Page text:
I did an internet search for ‘wellbeing at home’ this morning, and I was disappointed to see where the main focus lay: I had not realised before the lockdown, almost all the results would be for ‘wellbeing at work’ or ‘student wellbeing’ which are business and government led initiatives to tick boxes around increasingly manifest mental issues. Thank goodness involved bodies are working hard to make a difference in these areas.

It struck me that although many adults would say that the most important area of their lives to get right is their home life, almost all the emphasis lies in the workplace. The aphorism ‘Charity begins at home’ isn’t an excuse not to give to the needy, or share our bounty: it is meant as a failsafe for those who would give away all, and leave themselves and their families in need, so adding to society’s burden. This goes with the grain of human nature – so for most people it is an easy trap to fall into.

If we take this approach to wellbeing there should be a clear focus to look after ourselves first, and then those nearest and dearest to us. But for many of us (and I obviously speak as a woman, though I do not intend to exclude men in this) this path goes against our natural grain, as for the main part we look to care for our nearest and dearest, and even our wider circle, before we give time and energy to our own needs.

It is essential for each one of us to tend our own needs, like a passenger on an aircraft applying their own oxygen mask before helping others with theirs – yet many of us find it difficult to give ourselves the thought, time and energy which self-care demands. Regular ’scans’ of our physical and mental state may highlight areas for focus, helping us clean out the ‘junk’ from our lives which in turns frees up ‘RAM’ for positive action. 

When did you last think about the state of your mental and physical body in an holistic way? That is to say – not by focussing on one aspect at a time, such as wanting to lose weight; or wanting to be happier; or wanting to give up smoking; or wanting to drink less alcohol; or wanting to be a better parent etc. but to think about oneself as a ‘whole package’ from a wellness perspective. The wellness of your whole life impacts the lives of those you care for, which makes caring for yourself the first step in caring for those around you.

It is easy to put others first, and to end up running on empty – but this is a wrong way of being, and it takes its toll. Take the initiative and make changes in your day-to-day life which work toward a broad wellbeing plan tailored for you. Write down how you feel both mentally and physically, to help you focus on areas for change. The personal wellbeing work you do, does not have to be dramatic and ‘all at once’ (though for some people this might be the perfect approach) you may choose to change your patterns of behaviour incrementally.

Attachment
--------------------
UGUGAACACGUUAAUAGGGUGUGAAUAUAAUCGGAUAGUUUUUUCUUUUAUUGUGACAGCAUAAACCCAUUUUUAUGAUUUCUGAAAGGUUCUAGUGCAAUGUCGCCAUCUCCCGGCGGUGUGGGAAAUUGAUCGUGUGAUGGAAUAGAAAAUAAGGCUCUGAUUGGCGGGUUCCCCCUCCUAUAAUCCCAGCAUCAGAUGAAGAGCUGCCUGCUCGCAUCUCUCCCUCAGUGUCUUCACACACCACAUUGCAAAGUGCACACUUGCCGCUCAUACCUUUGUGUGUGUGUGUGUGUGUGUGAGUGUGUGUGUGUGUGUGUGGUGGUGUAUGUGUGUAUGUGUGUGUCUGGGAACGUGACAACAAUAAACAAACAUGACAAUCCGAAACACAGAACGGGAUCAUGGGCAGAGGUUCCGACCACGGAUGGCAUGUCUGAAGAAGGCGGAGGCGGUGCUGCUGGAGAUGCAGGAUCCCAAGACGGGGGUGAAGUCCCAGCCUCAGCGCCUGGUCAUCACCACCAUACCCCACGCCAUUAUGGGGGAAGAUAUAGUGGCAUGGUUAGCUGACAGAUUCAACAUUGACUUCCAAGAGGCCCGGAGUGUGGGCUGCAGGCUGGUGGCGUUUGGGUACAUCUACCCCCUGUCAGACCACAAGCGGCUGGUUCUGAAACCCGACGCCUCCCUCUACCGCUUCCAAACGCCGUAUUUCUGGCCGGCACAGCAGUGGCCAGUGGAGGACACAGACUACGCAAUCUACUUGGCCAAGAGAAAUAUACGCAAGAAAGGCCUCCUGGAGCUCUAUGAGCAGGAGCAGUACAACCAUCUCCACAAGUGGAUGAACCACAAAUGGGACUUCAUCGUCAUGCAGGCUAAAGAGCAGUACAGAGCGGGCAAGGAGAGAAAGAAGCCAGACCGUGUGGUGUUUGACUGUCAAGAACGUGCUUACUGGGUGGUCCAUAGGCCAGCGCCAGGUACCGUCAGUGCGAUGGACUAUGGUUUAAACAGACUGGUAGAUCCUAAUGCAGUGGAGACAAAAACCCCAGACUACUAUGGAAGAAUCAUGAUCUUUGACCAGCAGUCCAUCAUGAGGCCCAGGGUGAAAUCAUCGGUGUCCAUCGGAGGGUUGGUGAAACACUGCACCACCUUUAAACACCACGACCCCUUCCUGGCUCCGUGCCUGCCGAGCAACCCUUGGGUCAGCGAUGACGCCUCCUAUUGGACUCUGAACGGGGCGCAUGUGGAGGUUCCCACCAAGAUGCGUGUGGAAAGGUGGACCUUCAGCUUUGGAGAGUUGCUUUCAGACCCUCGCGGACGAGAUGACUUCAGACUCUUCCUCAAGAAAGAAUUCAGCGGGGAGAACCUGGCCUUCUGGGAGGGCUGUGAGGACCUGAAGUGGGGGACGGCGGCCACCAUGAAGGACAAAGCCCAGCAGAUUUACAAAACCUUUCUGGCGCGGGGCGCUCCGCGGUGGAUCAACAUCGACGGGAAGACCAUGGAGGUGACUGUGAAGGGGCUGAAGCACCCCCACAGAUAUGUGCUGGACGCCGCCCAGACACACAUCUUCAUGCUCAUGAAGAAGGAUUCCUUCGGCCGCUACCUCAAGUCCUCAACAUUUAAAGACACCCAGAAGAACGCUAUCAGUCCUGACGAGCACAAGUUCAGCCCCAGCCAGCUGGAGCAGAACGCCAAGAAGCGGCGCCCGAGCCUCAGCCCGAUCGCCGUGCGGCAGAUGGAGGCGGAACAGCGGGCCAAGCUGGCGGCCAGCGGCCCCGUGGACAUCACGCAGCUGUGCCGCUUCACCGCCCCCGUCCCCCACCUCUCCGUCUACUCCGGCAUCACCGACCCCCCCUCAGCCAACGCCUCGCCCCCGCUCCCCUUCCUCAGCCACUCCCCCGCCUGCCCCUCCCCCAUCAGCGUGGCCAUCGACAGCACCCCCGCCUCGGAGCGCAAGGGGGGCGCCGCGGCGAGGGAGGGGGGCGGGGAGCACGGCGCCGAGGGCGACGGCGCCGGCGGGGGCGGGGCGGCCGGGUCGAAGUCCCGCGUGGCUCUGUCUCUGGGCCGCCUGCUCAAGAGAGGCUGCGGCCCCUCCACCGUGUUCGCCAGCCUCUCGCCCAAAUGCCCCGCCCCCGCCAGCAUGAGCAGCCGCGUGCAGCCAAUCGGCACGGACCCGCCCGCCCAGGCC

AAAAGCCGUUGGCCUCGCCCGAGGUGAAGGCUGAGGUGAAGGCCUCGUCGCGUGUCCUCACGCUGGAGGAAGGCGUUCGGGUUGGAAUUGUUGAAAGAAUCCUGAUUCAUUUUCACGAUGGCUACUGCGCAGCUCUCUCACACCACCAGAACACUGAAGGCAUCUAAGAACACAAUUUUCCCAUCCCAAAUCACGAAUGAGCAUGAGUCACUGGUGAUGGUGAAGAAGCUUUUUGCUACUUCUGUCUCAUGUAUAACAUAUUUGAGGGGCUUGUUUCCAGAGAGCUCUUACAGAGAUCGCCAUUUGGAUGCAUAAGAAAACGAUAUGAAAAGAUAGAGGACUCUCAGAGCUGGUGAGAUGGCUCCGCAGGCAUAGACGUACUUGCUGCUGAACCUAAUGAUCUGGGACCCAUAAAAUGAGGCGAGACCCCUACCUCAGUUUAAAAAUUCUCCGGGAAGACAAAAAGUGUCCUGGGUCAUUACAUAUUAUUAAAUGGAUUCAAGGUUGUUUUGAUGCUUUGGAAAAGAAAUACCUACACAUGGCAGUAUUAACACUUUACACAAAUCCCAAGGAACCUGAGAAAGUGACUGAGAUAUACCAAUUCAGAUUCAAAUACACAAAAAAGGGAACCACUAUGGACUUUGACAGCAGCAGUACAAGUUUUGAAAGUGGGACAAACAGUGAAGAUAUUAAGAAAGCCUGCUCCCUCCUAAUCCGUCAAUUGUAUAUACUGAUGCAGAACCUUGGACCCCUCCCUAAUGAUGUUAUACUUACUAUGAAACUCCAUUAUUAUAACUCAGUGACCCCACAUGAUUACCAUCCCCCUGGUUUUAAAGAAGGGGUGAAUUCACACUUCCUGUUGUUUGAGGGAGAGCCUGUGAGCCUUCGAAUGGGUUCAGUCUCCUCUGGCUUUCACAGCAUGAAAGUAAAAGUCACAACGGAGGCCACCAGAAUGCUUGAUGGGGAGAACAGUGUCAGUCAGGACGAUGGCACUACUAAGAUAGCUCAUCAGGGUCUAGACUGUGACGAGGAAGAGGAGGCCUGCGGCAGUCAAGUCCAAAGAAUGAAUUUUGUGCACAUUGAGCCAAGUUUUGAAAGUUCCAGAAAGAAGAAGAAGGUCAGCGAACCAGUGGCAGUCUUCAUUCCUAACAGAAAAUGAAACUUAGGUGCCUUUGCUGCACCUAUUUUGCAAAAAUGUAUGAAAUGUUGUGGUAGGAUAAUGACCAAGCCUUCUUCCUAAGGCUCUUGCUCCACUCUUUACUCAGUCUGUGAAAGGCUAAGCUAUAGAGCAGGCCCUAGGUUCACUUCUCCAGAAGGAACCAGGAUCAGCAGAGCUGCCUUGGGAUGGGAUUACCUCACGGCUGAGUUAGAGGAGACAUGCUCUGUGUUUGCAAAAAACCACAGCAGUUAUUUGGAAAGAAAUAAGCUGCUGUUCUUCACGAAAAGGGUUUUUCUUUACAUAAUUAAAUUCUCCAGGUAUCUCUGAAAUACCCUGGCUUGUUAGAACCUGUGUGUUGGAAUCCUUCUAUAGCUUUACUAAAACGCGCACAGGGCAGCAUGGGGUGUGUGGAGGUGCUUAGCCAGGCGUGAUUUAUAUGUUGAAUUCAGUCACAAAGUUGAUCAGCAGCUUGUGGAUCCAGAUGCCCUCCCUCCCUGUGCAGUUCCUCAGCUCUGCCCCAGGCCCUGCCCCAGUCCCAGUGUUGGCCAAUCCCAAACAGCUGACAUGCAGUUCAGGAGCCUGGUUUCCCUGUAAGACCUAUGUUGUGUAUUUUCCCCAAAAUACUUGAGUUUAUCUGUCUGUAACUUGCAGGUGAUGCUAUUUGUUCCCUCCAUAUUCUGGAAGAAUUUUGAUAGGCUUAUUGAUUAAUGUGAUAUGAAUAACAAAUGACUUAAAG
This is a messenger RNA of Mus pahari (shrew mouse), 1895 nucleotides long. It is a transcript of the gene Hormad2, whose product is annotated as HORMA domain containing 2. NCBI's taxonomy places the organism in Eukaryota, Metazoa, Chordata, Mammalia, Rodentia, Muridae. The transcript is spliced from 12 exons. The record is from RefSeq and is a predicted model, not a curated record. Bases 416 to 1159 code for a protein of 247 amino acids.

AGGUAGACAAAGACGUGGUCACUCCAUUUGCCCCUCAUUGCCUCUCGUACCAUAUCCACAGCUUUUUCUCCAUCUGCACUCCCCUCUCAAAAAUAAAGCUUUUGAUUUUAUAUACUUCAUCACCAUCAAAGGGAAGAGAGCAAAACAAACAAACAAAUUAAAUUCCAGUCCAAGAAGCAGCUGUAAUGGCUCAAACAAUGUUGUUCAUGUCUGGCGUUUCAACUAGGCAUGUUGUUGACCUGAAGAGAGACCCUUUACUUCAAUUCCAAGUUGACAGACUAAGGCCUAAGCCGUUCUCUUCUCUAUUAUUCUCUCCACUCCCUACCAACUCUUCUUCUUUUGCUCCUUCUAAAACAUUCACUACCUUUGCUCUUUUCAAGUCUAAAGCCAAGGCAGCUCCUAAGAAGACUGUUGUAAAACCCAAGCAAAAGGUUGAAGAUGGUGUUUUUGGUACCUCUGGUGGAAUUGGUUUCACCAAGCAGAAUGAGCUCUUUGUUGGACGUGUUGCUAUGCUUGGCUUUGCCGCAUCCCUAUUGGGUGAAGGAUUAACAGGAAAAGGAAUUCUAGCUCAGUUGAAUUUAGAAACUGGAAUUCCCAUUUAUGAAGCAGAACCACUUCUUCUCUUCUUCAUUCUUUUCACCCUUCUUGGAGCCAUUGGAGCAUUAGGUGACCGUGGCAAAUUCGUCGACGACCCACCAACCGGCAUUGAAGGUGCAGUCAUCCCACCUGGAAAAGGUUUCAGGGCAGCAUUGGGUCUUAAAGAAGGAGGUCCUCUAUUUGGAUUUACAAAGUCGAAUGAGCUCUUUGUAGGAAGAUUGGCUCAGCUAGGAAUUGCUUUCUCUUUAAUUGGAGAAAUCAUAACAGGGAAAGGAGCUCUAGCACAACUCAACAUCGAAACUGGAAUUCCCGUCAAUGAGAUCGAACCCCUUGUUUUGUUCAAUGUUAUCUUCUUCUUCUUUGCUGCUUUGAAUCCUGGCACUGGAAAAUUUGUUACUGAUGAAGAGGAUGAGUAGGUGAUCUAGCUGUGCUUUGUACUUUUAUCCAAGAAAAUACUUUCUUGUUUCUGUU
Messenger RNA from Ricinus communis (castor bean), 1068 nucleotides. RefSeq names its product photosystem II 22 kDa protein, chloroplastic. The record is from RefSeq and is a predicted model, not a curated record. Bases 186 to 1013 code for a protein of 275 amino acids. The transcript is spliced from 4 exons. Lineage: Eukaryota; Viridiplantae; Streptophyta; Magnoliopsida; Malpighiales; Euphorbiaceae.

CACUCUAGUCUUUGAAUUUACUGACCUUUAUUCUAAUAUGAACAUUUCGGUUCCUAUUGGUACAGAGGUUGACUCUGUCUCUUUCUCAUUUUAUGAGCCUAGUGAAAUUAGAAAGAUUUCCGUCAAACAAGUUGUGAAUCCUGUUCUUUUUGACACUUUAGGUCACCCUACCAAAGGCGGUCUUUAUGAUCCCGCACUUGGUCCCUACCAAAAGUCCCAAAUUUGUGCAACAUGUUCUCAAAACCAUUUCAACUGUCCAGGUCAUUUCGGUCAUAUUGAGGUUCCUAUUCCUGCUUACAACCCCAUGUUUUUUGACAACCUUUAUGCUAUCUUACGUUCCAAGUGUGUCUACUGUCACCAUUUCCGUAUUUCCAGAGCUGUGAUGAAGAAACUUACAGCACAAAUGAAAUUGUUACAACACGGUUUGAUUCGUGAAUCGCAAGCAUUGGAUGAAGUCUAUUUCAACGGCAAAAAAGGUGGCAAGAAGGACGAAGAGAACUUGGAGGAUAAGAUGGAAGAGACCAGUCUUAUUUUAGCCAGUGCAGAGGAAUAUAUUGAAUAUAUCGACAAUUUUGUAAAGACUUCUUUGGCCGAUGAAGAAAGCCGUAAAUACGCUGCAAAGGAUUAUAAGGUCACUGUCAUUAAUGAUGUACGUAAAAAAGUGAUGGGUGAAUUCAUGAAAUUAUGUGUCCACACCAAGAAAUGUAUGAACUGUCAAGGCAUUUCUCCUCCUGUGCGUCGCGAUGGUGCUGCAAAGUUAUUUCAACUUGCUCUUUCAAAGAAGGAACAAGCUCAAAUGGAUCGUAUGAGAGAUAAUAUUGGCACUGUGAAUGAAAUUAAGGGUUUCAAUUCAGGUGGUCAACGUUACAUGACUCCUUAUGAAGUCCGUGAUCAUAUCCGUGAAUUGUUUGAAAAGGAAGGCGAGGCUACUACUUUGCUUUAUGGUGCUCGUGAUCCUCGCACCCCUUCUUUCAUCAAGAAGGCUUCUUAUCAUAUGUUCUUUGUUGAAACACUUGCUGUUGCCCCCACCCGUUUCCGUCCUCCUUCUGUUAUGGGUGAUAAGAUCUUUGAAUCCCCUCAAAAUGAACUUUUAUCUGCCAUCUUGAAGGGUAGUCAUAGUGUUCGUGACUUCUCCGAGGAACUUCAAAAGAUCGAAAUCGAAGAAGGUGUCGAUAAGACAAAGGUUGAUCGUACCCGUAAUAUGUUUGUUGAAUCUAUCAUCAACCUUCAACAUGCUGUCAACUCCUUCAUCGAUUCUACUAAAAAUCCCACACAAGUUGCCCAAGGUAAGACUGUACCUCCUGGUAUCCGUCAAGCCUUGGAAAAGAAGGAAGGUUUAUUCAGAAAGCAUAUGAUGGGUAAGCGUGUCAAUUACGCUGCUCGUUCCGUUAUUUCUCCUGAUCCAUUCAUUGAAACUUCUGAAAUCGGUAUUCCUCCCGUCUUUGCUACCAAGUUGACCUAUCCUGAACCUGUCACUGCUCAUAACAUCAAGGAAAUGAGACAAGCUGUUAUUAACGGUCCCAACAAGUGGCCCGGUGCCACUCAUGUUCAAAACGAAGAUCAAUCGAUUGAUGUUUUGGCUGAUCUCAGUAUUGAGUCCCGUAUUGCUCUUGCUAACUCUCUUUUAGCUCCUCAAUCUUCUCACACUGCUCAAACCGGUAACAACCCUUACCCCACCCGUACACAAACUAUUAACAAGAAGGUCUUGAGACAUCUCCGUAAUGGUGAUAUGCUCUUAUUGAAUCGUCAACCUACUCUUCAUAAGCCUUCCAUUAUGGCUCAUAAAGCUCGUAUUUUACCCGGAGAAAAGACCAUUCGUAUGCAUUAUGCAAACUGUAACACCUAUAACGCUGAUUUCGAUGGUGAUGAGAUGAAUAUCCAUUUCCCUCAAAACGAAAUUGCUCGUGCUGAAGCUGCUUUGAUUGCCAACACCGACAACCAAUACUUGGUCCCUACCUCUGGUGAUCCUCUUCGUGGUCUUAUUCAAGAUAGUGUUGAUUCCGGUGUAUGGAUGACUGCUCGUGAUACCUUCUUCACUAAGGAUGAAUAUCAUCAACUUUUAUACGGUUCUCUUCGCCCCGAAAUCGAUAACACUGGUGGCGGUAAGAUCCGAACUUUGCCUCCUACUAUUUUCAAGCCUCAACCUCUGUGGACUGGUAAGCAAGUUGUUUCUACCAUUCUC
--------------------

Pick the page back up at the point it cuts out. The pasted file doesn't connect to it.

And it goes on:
Don’t set yourself insurmountable barriers which give you an excuse to give up. If you have tried and failed to give up smoking for years; don’t make that the first thing you choose to change, then give your whole plan up because you don’t succeed with one aspect. 

Write down all the things you need to work on, large and small, then choose easy and difficult areas of work on in equal measure. This way you get the boost of achievement mixed with the satisfaction of making important changes for yourself. Though I believe that home is the place to start, your working life will naturally be part of your wellbeing plan, and needs to be included if your approach is to be truly holistic.

I write this because I know this is where I am currently, I need to put my own house in order and work out an holistic wellbeing plan for myself. My life patterns have changed dramatically in recent months and I need to feel grounded and well again if I am to flourish. I know this will require focus, I know I need to look to my self in order to improve my wellbeing and energy levels. It is easy to look ahead and say “Things will settle down soon. I’ll have more time soon.” But now is the time for action because as Master Oogway from Kung Fu Panda says: “Yesterday is history, tomorrow is a mystery, but today is a gift – that is why it is called the present.” So take your present and turn it into a gift for yourself, and I will try to do the same.

Victoria Burton-Davey is a professional artist and wellbeing advocate